Sure, wireless n is great and everything, but if you told me I’d be streaming media between 2-3 times faster through Microsoft’s new Xbox 360 Wireless Adaptor (802.11a/b/g/n) than their old a/b/g version, I’d never have believed you.
$149.95 RRP in Australia
If you upgrade to the new Xbox 360 Wireless Adaptor from the old, 802.11g version, you won’t notice any difference while gaming. But media streaming over your home network will see a legitimate speed increase.
For a moment, let’s ignore Microsoft’s traditionally ridiculous price for their Xbox 360 Wi-Fi adaptors. Instead, let’s just focus on performance.
Upgrading from 802.11g networking to 802.11n has a few key advantages: range is longer, speeds are faster and, since 802.11n sits on the 5GHz band, you won’t interfere as much with 2.4GHz frequencies used by 802.11g and basically everything else in existence.
But there’s one big thing that stops 802.11n from being any better than 802.11g for gaming: latency. Overall throughput may be faster on 802.11n (the pipe is bigger), but latency is really no less present than on 802.11g (it takes just as long for that first burst of water to come through). So those quick gaming commands aren’t faster on n, and my multiplayer testing (Modern Warfare 2 and Borderlands… it was a real chore) confirmed it.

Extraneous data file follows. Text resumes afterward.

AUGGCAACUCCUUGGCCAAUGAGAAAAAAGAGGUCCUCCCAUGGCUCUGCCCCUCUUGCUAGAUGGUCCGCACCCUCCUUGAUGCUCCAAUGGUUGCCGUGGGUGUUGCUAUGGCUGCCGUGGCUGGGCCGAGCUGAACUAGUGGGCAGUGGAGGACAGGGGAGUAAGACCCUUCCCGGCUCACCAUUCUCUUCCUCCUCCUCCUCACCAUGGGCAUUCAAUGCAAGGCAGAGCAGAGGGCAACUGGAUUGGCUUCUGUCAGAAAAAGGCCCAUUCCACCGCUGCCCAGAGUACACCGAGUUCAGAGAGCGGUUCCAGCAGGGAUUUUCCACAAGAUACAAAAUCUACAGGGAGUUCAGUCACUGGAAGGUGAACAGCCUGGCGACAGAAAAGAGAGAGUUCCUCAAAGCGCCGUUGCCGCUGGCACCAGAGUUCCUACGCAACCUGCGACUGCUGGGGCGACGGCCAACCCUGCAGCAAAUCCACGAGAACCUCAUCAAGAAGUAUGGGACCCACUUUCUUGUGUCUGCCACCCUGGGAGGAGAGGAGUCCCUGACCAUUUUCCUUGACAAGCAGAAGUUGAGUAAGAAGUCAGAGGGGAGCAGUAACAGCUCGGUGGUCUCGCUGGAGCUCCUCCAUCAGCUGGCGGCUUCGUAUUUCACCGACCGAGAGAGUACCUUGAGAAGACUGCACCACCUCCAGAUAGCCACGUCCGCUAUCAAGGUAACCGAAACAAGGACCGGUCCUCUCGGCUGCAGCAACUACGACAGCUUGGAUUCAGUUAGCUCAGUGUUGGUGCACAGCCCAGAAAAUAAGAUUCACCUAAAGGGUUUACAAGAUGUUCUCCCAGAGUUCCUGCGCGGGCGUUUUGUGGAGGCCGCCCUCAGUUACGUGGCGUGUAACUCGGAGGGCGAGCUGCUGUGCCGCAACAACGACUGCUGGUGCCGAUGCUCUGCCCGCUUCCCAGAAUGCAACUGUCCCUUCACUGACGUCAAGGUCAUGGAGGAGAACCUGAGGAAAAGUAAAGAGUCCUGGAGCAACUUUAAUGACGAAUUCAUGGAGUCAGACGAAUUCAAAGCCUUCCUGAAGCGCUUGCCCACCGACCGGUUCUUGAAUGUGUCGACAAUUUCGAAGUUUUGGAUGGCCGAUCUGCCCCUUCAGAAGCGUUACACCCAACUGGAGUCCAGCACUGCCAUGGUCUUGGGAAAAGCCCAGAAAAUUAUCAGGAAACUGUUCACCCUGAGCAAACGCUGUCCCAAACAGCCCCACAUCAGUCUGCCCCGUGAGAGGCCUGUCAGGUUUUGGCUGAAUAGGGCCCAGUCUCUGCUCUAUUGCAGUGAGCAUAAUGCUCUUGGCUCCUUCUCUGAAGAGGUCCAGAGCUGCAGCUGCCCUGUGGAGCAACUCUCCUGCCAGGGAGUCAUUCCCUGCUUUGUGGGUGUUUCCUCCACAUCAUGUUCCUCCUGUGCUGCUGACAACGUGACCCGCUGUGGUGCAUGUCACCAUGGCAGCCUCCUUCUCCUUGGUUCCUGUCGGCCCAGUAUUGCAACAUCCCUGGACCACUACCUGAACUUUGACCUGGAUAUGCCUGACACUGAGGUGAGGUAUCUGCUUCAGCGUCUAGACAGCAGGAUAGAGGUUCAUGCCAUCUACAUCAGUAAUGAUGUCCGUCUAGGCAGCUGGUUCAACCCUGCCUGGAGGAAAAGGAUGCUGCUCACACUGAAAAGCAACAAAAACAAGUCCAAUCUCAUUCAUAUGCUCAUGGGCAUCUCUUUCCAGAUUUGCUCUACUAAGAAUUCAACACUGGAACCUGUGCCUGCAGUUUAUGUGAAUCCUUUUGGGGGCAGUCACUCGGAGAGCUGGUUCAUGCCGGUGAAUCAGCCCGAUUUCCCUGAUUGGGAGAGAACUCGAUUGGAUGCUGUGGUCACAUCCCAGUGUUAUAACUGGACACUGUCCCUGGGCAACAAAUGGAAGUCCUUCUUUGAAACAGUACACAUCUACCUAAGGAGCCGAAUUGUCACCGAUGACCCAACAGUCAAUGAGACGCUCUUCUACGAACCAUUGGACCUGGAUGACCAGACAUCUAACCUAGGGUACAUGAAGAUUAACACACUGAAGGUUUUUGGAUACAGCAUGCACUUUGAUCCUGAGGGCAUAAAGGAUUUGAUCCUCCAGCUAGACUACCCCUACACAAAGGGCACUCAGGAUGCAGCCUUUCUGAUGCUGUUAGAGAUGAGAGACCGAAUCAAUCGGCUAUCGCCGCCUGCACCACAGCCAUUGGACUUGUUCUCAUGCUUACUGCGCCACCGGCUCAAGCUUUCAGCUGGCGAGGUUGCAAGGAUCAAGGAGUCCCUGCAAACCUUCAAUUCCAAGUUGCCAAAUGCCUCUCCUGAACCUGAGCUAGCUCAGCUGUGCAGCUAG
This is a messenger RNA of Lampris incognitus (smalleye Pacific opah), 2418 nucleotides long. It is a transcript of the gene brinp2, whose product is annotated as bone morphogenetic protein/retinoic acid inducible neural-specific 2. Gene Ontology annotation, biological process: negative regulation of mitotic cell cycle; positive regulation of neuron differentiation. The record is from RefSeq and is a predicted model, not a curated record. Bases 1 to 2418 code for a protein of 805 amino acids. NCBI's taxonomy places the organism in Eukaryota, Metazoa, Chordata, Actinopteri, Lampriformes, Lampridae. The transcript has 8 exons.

Media streaming, however, is where those big throughputs pay off. Using Connect360, I streamed HD episodes of Mad Men from my Mac to the Xbox. I timed from the moment I hit play to to the first frame of video playback. And the difference was noticeable.
Yes, the Xbox 360 Wireless Adaptor is still profanely expensive. No, if you have an older adaptor (or you’re just using some other solution), I wouldn’t recommend the upgrade (nor do I think Microsoft is even marketing it that way). But it’s nice to see a tangible improvement all the same.